A new, purpose-built home for a military museum has made unusual use of Armstrong Ceilings.
The new £2.3million Soldiers of Oxfordshire Museum features 29 of Armstrong’s 1800mm x 2400mm Axiom Knife Edge aluminium canopies with Tegular 2 metal tiles under the exposed concrete soffits throughout the display and office areas.
But in this case, the main runners of the standalone canopy - an easily-relocatable modular system designed to create ceiling “clouds” for acoustically-challenged or exposed structure spaces - have been specially adapted to carry recessed spot lights to meet the museum’s requirement for illumination at any point within the gallery space.
Armstrong’s technical department worked with Oxford Architects to adapt the standard components to allow the ceiling canopy design to incorporate lighting tracks into the main runners without the need for bespoke fabrication. Specialist sub-contractor Berkeley Integra then produced a sample raft complete with the lighting installation.
Oxford Architects have used Armstrong Ceilings system for the past 30 years and specified the Axiom canopies to meet the visual design requirements of the museum, a charitable trust colloquially known as SOFO.
The practice’s Brian Mortimer said: “They provide an acoustic and lighting base, and incorporate the display lighting. As the museum required the potential to have spot lighting anywhere in the gallery space, plug-in lighting tracks were required to maintain building flexibility, even under the ceiling rafts.”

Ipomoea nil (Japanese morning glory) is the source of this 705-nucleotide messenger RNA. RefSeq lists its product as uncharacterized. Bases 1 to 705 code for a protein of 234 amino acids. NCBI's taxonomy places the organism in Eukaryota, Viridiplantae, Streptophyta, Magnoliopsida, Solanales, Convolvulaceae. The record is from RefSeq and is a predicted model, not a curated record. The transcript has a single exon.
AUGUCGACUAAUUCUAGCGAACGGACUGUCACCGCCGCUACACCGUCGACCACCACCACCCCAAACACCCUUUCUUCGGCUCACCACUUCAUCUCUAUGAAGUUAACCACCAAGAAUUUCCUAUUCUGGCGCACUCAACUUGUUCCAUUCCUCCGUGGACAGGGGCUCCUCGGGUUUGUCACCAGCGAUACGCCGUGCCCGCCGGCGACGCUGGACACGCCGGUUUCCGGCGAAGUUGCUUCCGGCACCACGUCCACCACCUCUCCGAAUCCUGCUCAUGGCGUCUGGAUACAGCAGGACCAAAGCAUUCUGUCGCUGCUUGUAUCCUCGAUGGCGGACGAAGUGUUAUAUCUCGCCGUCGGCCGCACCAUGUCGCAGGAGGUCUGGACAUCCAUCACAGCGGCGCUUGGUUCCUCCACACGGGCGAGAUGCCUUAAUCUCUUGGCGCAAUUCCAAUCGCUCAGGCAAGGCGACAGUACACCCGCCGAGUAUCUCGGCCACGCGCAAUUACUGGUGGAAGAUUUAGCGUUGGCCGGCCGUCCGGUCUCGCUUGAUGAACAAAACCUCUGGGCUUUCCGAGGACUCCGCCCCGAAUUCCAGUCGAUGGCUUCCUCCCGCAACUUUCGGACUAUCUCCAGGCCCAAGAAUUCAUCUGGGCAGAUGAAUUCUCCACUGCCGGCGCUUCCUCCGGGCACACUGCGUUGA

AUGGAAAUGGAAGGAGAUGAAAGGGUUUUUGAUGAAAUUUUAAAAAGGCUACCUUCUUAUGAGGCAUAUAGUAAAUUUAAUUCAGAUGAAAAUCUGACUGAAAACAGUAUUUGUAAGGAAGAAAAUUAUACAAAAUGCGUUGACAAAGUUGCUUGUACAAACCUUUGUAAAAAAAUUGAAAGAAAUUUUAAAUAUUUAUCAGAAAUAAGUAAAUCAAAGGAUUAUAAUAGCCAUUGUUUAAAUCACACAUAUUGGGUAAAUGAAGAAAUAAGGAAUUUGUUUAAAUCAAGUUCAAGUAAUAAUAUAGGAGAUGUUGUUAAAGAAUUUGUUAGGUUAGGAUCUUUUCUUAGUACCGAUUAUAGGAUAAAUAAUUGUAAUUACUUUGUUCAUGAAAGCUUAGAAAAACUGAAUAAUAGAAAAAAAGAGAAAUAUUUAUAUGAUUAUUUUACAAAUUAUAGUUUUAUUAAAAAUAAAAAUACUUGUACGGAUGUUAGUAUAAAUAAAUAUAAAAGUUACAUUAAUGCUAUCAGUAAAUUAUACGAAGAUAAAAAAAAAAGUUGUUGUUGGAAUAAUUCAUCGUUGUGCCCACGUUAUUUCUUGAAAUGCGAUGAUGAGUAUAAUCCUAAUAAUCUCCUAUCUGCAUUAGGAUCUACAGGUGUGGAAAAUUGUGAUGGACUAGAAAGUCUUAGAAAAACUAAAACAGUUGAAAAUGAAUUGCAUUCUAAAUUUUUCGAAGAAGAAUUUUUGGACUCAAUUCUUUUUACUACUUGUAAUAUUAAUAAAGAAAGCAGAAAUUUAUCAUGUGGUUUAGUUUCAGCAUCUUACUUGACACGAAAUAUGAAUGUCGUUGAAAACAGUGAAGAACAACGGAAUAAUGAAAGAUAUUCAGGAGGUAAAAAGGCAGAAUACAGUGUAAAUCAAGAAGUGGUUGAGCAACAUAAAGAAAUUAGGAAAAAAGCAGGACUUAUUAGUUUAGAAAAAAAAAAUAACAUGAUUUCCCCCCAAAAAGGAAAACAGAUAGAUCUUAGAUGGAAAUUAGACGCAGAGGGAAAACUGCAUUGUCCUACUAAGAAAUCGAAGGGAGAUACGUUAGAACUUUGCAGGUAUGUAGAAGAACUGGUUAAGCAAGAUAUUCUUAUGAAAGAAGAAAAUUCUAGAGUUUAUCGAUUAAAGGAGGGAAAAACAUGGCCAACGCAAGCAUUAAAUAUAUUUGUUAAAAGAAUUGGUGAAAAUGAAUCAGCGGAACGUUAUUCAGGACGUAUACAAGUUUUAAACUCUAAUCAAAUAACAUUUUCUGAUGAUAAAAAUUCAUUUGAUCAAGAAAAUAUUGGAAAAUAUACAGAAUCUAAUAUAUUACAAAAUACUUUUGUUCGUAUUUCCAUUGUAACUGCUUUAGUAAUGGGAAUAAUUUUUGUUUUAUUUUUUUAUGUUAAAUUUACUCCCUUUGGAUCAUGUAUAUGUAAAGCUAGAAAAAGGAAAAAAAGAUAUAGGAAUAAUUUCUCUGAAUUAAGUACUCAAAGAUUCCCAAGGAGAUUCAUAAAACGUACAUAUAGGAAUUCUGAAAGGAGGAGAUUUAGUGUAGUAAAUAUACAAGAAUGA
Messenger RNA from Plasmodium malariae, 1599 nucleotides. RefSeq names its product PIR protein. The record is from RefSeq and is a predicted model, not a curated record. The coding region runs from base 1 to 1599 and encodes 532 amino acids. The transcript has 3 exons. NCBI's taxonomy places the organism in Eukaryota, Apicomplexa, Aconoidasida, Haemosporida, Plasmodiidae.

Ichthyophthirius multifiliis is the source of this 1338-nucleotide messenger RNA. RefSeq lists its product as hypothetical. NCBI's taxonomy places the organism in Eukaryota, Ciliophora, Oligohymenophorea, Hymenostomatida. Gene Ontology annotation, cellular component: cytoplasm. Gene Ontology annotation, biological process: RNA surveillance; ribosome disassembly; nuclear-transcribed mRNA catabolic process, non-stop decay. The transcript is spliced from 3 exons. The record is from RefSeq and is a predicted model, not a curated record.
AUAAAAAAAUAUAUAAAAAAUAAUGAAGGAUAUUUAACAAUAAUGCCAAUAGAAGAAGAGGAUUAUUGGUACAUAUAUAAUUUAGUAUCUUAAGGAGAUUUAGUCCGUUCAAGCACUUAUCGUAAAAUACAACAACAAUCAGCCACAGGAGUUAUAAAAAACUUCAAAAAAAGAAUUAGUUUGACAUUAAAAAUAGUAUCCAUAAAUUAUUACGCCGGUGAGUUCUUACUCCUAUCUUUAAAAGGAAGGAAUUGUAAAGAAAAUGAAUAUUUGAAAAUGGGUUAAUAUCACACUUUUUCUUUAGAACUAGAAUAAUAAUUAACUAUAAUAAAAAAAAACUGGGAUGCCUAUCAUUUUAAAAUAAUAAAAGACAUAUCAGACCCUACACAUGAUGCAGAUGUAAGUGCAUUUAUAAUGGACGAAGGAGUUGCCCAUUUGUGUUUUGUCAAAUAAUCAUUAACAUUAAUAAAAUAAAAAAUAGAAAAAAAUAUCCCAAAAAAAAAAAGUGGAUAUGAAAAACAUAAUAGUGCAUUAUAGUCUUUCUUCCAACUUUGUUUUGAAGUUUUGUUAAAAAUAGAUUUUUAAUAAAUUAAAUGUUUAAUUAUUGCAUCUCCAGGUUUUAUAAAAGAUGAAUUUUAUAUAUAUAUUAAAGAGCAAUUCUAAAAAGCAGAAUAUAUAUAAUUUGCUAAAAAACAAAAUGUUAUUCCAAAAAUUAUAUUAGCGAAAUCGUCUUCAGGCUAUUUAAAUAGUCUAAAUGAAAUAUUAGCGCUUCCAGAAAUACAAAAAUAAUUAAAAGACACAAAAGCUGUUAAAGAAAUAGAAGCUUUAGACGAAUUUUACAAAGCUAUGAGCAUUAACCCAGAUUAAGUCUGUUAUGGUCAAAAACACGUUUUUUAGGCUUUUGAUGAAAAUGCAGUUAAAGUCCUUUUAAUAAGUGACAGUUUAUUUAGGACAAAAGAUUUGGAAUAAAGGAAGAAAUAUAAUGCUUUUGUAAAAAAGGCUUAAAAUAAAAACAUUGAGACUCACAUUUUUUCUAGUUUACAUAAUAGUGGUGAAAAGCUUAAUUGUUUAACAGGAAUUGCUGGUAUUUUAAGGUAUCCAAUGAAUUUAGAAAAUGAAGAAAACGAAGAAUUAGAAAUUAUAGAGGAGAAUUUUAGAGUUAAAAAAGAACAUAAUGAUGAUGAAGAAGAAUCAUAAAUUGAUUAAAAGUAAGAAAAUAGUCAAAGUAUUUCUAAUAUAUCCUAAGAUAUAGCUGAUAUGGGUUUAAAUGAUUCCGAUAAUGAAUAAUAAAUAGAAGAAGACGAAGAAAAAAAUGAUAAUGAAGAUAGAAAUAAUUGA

The ultra microperforated metal 600mm x 600mm Tegular 2 tile perforations are practically invisible miniature holes less than 0.5mm in diameter. Incident sound waves are absorbed without the need for any acoustic infill. They are also manufactured from 30% recycled content and feature 83% light reflectance.
The museum moved from the Defence Logistics Organisation in Caversfield to The Oxfordshire Museum in the centre of Woodstock where it had previously held temporary exhibitions of its extensive collection of military and other artefacts, documents and medals representing a significant aspect of military and social history in Oxfordshire.
Its purpose-built, concrete-framed 824m2 home replaces an under-used single-storey modular building at the north end of the site within Woodstock Conservation Area but clever detailing and use of a simple palette of natural materials including a green roof has enabled the new three-storey building to blend into the site.
It incorporates a multi-function orientation space called “The Briefing Room” that can be used for meeting and entertainment space, an audio visual display room or for temporary exhibitions.
The layout of the new building locates archive space in the rear sub-level area, with public exhibition and social spaces at ground floor. The first floor is designed with voids to allow ground-floor galleries the facility to take large, vertically-orientated exhibits which were previously not possible to accommodate.